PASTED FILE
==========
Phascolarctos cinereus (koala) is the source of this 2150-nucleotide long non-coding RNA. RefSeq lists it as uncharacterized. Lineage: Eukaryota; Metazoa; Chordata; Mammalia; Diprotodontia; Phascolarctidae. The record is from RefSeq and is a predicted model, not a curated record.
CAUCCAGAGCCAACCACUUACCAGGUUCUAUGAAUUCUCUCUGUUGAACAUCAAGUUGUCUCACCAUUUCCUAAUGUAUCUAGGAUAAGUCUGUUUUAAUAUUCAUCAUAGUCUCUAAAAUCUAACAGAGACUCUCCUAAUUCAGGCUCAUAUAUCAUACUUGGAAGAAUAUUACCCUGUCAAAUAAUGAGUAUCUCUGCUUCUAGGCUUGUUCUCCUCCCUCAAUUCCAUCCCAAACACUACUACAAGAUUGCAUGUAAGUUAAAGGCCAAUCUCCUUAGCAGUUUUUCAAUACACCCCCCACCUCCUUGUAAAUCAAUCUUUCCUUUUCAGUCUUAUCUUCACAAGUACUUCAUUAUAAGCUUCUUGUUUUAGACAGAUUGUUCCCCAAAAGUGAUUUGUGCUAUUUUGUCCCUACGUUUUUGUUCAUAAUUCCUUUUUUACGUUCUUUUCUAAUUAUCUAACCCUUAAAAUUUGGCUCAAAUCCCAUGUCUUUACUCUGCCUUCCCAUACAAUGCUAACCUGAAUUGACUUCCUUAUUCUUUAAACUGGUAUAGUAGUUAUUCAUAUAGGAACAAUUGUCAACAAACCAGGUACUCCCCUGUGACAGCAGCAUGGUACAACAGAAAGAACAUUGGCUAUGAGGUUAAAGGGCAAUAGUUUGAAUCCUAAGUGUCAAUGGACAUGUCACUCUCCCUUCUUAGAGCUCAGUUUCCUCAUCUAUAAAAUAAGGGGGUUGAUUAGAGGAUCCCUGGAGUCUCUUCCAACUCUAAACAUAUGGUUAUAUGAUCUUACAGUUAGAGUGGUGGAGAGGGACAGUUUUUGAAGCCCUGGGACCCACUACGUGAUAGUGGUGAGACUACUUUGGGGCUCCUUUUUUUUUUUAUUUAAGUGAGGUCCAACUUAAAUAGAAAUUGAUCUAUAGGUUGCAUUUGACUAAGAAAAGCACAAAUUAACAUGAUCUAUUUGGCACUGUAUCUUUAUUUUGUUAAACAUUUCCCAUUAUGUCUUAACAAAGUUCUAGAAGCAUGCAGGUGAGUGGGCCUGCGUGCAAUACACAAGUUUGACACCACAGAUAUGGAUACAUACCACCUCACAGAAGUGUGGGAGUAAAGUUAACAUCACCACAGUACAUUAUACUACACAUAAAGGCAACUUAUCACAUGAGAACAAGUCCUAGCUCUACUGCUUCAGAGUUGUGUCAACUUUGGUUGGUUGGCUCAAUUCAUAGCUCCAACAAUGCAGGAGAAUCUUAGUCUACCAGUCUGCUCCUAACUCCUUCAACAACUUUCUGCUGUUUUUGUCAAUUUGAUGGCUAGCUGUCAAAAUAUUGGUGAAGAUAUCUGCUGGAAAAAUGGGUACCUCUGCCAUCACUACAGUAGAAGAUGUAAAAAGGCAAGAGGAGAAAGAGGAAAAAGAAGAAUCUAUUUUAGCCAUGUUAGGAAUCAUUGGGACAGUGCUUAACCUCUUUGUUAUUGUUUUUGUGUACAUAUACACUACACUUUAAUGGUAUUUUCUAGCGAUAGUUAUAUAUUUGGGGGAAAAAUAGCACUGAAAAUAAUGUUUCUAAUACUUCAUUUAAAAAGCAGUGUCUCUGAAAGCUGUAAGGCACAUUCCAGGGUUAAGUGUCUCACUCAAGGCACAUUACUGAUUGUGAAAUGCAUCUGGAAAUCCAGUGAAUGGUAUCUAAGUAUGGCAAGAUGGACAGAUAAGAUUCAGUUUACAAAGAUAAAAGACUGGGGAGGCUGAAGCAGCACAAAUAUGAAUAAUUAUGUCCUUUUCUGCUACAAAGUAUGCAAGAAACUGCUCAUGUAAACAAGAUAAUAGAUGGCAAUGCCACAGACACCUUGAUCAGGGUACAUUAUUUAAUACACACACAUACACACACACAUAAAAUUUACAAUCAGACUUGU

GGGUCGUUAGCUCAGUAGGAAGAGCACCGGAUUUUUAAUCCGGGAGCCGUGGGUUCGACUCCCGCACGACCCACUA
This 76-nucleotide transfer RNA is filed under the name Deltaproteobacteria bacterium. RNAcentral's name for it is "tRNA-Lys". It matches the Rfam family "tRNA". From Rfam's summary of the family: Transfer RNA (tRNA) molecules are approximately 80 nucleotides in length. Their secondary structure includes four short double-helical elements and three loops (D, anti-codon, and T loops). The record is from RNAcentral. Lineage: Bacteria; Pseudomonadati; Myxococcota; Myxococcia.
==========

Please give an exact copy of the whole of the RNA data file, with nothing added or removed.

Phascolarctos cinereus (koala) is the source of this 2150-nucleotide long non-coding RNA. RefSeq lists it as uncharacterized. Lineage: Eukaryota; Metazoa; Chordata; Mammalia; Diprotodontia; Phascolarctidae. The record is from RefSeq and is a predicted model, not a curated record.
CAUCCAGAGCCAACCACUUACCAGGUUCUAUGAAUUCUCUCUGUUGAACAUCAAGUUGUCUCACCAUUUCCUAAUGUAUCUAGGAUAAGUCUGUUUUAAUAUUCAUCAUAGUCUCUAAAAUCUAACAGAGACUCUCCUAAUUCAGGCUCAUAUAUCAUACUUGGAAGAAUAUUACCCUGUCAAAUAAUGAGUAUCUCUGCUUCUAGGCUUGUUCUCCUCCCUCAAUUCCAUCCCAAACACUACUACAAGAUUGCAUGUAAGUUAAAGGCCAAUCUCCUUAGCAGUUUUUCAAUACACCCCCCACCUCCUUGUAAAUCAAUCUUUCCUUUUCAGUCUUAUCUUCACAAGUACUUCAUUAUAAGCUUCUUGUUUUAGACAGAUUGUUCCCCAAAAGUGAUUUGUGCUAUUUUGUCCCUACGUUUUUGUUCAUAAUUCCUUUUUUACGUUCUUUUCUAAUUAUCUAACCCUUAAAAUUUGGCUCAAAUCCCAUGUCUUUACUCUGCCUUCCCAUACAAUGCUAACCUGAAUUGACUUCCUUAUUCUUUAAACUGGUAUAGUAGUUAUUCAUAUAGGAACAAUUGUCAACAAACCAGGUACUCCCCUGUGACAGCAGCAUGGUACAACAGAAAGAACAUUGGCUAUGAGGUUAAAGGGCAAUAGUUUGAAUCCUAAGUGUCAAUGGACAUGUCACUCUCCCUUCUUAGAGCUCAGUUUCCUCAUCUAUAAAAUAAGGGGGUUGAUUAGAGGAUCCCUGGAGUCUCUUCCAACUCUAAACAUAUGGUUAUAUGAUCUUACAGUUAGAGUGGUGGAGAGGGACAGUUUUUGAAGCCCUGGGACCCACUACGUGAUAGUGGUGAGACUACUUUGGGGCUCCUUUUUUUUUUUAUUUAAGUGAGGUCCAACUUAAAUAGAAAUUGAUCUAUAGGUUGCAUUUGACUAAGAAAAGCACAAAUUAACAUGAUCUAUUUGGCACUGUAUCUUUAUUUUGUUAAACAUUUCCCAUUAUGUCUUAACAAAGUUCUAGAAGCAUGCAGGUGAGUGGGCCUGCGUGCAAUACACAAGUUUGACACCACAGAUAUGGAUACAUACCACCUCACAGAAGUGUGGGAGUAAAGUUAACAUCACCACAGUACAUUAUACUACACAUAAAGGCAACUUAUCACAUGAGAACAAGUCCUAGCUCUACUGCUUCAGAGUUGUGUCAACUUUGGUUGGUUGGCUCAAUUCAUAGCUCCAACAAUGCAGGAGAAUCUUAGUCUACCAGUCUGCUCCUAACUCCUUCAACAACUUUCUGCUGUUUUUGUCAAUUUGAUGGCUAGCUGUCAAAAUAUUGGUGAAGAUAUCUGCUGGAAAAAUGGGUACCUCUGCCAUCACUACAGUAGAAGAUGUAAAAAGGCAAGAGGAGAAAGAGGAAAAAGAAGAAUCUAUUUUAGCCAUGUUAGGAAUCAUUGGGACAGUGCUUAACCUCUUUGUUAUUGUUUUUGUGUACAUAUACACUACACUUUAAUGGUAUUUUCUAGCGAUAGUUAUAUAUUUGGGGGAAAAAUAGCACUGAAAAUAAUGUUUCUAAUACUUCAUUUAAAAAGCAGUGUCUCUGAAAGCUGUAAGGCACAUUCCAGGGUUAAGUGUCUCACUCAAGGCACAUUACUGAUUGUGAAAUGCAUCUGGAAAUCCAGUGAAUGGUAUCUAAGUAUGGCAAGAUGGACAGAUAAGAUUCAGUUUACAAAGAUAAAAGACUGGGGAGGCUGAAGCAGCACAAAUAUGAAUAAUUAUGUCCUUUUCUGCUACAAAGUAUGCAAGAAACUGCUCAUGUAAACAAGAUAAUAGAUGGCAAUGCCACAGACACCUUGAUCAGGGUACAUUAUUUAAUACACACACAUACACACACACAUAAAAUUUACAAUCAGACUUGU

GGGUCGUUAGCUCAGUAGGAAGAGCACCGGAUUUUUAAUCCGGGAGCCGUGGGUUCGACUCCCGCACGACCCACUA
This 76-nucleotide transfer RNA is filed under the name Deltaproteobacteria bacterium. RNAcentral's name for it is "tRNA-Lys". It matches the Rfam family "tRNA". From Rfam's summary of the family: Transfer RNA (tRNA) molecules are approximately 80 nucleotides in length. Their secondary structure includes four short double-helical elements and three loops (D, anti-codon, and T loops). The record is from RNAcentral. Lineage: Bacteria; Pseudomonadati; Myxococcota; Myxococcia.